Make your own free website on Tripod.com

First Rebuttal - Peter Pike



I, too, am pleased to partake in this debate! May it glorify God greatly.



For this rebuttal, I shall focus on the Scriptural aspect, and later look at the purely logical realm of the matter (if need be). In his opening statement, Guthrie said: "The only way to avoid the problem…is to either acknowledge determinism at the expense of free will or to acknowledge free will at the expense of determinism. Either way, [it] makes determinism hopelessly incompatible with creaturely freedom." This, however, is only true if we view freedom in terms of autonomy. That God is sovereign, we both agree. However, it must also be established that God is not only sovereign over His world, but also over everyone's individual decisions:



Proverbs 20:24 says, "A man's steps are directed by the Lord. How then can anyone understand his own way?" Proverbs 16:9 says, "In his heart a man plans his course, but the LORD determines his steps." Of course, these are just proverbs; consider, therefore, what Jeremiah said: "I know, O Lord, that a man's life is not his own; it is not for man to direct his steps" (Jeremiah 10:23). These verses show explicitly that God is sovereign even over our very choices we make in life. He determines our steps and directs them.



Guthrie does make a good point, however. We must believe in order to be saved. The question is, how are we able to believe? For we know "the message of the cross is foolishness to those who are perishing" (1 Cor. 1:18). How do we get from thinking the cross is foolishness to having faith? The answer is found in John 6.



Christ tells us "All that the Father gives me will come to me, and whoever comes to me I will never drive away. For I have come down from heaven not to do my will but to do the will of him who sent me. And this is the will of him who sent me, that I shall lose none of all that he has given me, but raise them up at the last day. For my Father's will is that everyone who looks to the Son and believes in him shall have eternal life, and I will raise him up at the last day" (John 6:37-40). Christ's will is to save all that the Father gives (and those who are given will believe), but does the Father give everyone? Christ immediately states: "No one can come to me unless the Father who sent me draws him, and I will raise him up at the last day" (verse 44). We now know that no one can come to Christ, unless the Father draws him--and those who are drawn are raised up at the last day. This is linked back to the previous passage when Christ said, "my Father's will is that everyone who looks to the Son…shall have eternal life, and I will raise him up at the last day." Therefore, unless the Father draws all, not all are saved.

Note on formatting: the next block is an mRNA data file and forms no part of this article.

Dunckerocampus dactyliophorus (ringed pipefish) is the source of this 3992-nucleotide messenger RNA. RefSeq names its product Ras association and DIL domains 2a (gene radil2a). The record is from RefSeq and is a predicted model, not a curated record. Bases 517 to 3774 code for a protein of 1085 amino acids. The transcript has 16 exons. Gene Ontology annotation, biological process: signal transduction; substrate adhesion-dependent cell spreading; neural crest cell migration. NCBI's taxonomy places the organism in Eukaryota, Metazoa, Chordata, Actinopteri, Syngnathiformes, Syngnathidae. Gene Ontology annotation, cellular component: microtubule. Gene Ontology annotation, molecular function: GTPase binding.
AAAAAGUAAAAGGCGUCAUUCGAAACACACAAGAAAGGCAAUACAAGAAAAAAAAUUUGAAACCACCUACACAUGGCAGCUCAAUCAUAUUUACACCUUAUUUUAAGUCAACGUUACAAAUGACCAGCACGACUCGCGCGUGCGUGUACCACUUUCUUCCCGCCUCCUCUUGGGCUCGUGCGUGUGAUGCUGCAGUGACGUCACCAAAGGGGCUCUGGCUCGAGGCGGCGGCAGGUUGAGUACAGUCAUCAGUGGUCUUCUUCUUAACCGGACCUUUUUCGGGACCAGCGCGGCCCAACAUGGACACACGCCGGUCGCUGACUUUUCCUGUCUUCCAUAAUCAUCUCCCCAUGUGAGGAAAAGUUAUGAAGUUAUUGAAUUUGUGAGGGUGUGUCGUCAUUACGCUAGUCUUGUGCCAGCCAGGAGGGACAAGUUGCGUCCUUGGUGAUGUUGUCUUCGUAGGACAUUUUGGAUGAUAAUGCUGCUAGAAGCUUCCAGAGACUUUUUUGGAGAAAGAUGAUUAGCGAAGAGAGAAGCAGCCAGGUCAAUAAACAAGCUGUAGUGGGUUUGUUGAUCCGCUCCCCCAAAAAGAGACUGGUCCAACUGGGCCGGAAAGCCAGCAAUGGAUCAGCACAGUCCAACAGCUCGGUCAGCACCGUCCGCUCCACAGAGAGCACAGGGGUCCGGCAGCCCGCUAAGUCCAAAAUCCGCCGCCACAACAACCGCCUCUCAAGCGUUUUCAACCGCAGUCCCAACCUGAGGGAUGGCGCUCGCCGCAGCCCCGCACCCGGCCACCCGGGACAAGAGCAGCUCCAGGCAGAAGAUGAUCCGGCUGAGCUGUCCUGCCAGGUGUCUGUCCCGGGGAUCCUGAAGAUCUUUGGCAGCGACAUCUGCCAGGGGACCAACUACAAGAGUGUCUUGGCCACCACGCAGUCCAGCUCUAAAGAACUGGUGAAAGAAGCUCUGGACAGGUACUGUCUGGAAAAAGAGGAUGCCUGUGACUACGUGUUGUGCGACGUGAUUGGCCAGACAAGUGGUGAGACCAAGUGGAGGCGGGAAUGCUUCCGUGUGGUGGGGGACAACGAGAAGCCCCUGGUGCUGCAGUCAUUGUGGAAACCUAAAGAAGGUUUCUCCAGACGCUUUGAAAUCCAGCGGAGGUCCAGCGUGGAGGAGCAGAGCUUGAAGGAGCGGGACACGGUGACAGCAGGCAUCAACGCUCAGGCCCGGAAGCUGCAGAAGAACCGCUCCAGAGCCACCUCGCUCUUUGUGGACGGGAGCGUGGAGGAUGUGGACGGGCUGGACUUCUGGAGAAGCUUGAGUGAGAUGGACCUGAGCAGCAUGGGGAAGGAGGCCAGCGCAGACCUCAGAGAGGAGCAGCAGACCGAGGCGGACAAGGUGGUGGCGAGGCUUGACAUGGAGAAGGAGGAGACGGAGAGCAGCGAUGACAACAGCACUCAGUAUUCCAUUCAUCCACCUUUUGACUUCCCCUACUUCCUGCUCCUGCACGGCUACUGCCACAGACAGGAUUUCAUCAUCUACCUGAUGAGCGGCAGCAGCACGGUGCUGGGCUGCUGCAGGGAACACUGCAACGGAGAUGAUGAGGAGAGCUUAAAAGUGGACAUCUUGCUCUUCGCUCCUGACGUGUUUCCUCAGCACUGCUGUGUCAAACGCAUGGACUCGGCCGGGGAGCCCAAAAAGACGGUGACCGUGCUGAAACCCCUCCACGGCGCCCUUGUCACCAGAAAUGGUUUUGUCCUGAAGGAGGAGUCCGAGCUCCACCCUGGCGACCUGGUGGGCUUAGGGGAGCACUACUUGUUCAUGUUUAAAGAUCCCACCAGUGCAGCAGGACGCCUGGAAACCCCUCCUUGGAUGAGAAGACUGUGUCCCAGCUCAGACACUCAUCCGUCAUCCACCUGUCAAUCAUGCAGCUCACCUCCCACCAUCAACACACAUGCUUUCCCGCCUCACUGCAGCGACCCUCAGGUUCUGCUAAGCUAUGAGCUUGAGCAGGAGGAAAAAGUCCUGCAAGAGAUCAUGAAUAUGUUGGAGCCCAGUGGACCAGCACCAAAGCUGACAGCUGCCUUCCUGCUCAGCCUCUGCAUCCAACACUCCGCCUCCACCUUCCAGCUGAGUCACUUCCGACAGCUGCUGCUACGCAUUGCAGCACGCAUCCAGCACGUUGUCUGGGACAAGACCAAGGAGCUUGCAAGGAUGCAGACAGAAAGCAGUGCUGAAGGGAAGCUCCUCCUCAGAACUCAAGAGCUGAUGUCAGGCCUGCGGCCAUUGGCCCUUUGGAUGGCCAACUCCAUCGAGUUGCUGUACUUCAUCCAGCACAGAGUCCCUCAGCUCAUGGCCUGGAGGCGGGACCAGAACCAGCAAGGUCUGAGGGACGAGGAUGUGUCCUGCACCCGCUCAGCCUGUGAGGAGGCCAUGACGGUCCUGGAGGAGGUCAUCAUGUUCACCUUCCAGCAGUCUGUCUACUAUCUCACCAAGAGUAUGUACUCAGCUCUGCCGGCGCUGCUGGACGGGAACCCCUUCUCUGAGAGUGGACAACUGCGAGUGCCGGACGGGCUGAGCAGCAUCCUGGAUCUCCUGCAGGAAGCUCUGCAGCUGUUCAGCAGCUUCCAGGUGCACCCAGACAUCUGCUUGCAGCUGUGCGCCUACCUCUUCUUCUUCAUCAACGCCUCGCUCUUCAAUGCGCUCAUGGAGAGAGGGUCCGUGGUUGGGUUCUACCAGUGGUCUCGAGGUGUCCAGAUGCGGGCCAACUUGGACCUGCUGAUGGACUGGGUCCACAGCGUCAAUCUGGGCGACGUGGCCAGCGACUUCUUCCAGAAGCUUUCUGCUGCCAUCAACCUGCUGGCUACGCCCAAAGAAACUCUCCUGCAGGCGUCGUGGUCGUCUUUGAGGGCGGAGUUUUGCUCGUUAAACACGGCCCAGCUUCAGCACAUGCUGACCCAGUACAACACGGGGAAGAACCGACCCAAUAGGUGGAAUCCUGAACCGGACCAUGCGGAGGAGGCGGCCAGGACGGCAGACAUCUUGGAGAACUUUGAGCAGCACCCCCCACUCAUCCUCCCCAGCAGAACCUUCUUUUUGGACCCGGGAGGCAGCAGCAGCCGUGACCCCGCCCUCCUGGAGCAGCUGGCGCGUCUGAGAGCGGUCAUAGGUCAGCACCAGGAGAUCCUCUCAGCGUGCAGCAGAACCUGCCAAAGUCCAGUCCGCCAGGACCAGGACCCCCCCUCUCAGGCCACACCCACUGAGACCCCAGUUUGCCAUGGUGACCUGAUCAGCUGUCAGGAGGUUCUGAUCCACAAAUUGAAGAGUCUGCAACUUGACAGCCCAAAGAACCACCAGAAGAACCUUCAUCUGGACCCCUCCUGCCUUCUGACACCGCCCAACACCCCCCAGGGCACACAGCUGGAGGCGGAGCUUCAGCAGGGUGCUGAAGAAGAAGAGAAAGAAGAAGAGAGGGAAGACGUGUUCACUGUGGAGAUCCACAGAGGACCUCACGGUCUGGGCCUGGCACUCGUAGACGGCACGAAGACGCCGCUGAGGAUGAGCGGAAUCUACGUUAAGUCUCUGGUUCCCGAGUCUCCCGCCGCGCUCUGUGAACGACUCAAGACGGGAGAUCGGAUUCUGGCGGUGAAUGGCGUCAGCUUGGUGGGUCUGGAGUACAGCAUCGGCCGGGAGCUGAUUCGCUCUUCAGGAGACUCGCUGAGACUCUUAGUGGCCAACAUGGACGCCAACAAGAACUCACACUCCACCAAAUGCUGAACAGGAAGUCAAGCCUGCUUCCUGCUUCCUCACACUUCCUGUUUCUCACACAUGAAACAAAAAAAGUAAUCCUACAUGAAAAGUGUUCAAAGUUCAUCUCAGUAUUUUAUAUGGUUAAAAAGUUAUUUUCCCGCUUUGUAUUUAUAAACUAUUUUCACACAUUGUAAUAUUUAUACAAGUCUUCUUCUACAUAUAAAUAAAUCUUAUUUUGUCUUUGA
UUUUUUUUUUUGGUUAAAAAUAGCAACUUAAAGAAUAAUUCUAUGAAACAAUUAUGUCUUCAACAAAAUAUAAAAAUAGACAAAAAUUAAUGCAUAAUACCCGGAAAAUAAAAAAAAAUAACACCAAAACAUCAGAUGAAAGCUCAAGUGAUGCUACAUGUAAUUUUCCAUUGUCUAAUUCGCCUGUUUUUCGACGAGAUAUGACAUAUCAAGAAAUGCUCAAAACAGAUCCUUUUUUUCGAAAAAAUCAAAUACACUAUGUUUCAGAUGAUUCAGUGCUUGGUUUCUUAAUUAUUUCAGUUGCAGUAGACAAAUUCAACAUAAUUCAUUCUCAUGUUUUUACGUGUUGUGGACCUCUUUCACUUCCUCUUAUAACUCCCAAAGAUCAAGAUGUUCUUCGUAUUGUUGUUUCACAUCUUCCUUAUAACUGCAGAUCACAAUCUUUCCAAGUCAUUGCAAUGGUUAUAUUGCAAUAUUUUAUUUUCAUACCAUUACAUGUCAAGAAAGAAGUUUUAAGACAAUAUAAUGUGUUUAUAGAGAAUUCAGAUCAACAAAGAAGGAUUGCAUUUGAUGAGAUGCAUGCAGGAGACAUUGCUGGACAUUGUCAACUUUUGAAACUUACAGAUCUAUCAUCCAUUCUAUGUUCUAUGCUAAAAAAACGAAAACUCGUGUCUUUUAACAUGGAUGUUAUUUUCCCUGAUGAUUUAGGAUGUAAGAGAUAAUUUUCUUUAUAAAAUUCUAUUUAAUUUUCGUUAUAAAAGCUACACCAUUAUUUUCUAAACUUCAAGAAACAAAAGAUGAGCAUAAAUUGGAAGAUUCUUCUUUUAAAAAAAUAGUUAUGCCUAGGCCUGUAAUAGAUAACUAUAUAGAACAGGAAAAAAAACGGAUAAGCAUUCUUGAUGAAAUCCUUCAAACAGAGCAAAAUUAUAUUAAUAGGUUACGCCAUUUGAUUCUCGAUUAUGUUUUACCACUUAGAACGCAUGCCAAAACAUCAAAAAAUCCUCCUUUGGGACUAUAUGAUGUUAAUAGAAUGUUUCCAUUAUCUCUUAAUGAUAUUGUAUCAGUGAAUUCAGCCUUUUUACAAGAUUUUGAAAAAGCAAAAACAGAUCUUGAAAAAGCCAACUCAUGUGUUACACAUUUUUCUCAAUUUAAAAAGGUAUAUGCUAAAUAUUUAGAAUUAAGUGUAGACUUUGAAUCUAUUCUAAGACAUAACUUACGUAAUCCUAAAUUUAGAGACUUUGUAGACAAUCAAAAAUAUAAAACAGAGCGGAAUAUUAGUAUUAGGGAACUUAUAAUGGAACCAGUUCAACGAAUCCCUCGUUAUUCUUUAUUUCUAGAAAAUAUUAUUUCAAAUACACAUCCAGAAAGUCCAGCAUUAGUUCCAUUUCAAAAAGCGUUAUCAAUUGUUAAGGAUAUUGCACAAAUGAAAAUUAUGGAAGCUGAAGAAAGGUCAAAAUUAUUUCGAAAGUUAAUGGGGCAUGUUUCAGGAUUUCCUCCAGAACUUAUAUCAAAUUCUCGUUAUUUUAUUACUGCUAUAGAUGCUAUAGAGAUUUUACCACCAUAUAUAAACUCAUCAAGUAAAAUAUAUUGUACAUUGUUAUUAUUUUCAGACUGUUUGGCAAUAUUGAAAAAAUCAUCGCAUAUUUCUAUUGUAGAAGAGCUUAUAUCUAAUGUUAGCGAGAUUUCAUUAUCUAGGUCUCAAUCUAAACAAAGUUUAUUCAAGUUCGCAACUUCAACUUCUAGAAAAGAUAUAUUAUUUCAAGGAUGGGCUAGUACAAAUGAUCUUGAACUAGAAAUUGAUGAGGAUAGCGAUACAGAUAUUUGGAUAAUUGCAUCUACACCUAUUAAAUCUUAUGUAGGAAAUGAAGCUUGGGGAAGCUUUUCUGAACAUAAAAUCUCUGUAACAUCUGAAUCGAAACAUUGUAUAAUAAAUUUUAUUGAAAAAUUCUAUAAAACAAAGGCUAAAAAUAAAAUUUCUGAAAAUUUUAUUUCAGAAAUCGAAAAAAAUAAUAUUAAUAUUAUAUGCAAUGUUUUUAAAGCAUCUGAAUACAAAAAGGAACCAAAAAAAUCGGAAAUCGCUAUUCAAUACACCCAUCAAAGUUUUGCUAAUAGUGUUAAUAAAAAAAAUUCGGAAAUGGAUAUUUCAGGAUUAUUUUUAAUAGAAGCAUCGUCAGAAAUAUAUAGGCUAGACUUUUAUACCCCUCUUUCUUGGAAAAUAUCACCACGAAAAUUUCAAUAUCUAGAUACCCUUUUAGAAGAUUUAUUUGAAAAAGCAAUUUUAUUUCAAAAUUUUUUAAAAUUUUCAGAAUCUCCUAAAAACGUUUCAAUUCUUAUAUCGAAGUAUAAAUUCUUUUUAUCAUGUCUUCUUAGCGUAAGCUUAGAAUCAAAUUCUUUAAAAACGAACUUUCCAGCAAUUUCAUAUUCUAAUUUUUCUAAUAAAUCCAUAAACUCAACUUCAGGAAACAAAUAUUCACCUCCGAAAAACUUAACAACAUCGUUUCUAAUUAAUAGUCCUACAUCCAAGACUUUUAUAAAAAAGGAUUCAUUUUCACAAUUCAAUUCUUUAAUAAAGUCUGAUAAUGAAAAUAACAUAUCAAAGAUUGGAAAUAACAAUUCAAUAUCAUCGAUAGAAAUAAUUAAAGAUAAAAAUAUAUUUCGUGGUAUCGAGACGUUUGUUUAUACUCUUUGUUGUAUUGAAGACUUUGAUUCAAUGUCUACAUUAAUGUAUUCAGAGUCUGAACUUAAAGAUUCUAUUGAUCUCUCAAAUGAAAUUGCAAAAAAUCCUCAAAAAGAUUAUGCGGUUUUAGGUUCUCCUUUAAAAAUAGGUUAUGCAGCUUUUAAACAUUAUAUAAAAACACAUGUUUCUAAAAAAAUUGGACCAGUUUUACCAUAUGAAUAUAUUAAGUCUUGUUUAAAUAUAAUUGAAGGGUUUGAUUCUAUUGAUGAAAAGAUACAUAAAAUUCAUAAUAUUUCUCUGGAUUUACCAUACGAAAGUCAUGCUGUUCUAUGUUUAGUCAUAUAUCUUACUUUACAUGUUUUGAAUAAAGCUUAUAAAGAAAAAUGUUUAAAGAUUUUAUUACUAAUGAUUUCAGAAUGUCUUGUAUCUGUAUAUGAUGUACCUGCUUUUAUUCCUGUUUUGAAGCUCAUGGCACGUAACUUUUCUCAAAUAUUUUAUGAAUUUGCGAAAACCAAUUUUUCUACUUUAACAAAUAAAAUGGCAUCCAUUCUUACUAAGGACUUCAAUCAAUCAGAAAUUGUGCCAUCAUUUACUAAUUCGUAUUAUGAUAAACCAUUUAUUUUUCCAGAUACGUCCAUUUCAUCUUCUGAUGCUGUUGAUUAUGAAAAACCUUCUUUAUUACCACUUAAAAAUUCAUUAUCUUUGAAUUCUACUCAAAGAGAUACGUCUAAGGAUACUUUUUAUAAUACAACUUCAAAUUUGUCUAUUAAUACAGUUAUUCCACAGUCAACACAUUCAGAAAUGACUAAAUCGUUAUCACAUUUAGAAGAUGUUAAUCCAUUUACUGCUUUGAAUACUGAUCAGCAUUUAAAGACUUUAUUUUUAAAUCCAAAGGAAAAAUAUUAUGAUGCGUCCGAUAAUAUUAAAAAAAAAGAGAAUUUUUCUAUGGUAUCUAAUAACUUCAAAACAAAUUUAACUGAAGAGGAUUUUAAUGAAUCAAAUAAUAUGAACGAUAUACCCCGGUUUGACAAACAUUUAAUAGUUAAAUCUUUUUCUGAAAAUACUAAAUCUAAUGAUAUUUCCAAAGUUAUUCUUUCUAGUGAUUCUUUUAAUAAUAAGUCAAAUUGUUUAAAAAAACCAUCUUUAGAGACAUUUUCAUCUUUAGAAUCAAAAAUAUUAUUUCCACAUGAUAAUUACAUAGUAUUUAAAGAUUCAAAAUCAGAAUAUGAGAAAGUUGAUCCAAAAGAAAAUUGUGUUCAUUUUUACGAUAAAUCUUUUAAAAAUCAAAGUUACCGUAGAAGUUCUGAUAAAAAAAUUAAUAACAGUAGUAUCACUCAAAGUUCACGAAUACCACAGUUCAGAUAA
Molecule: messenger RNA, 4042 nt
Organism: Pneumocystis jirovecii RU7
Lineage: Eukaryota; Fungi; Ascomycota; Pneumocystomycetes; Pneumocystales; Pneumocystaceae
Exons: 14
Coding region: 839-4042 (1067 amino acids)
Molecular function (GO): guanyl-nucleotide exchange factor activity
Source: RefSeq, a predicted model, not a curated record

But now a very important thing happens. John 6:64-65 says, "'Yet there are some of you who do not believe.' For Jesus had known from the beginning which of them did not believe and who would betray him. He went on to say, 'This is why I told you that no one can come to me unless the Father has enabled him." Here, the unbelief is clearly linked to the fact that the Father has not drawn people. Take only Christ's words, without John's commentary (although it, too, is important), and you have, "Yet there are some of you who do not believe. This is why I told you that no one can come to me unless the Father has enabled him."



Now what of 2 Peter 3:9, which Mr. Guthrie brought up against the determinist viewpoint? In order to understand that passage, which says in part that God "is patient with you, not wanting anyone to perish, but everyone to come to repentance" we must understand who the audience of the passage is--who "you" is referring to. Verse 8 establishes the context, "But do not forget this one thing, dear friends." Peter is writing to "dear friends" who are believers already. Naturally, God would not want any of His Elect to perish. These words were meant to encourage believers and to strengthen their faith, and they do so indeed.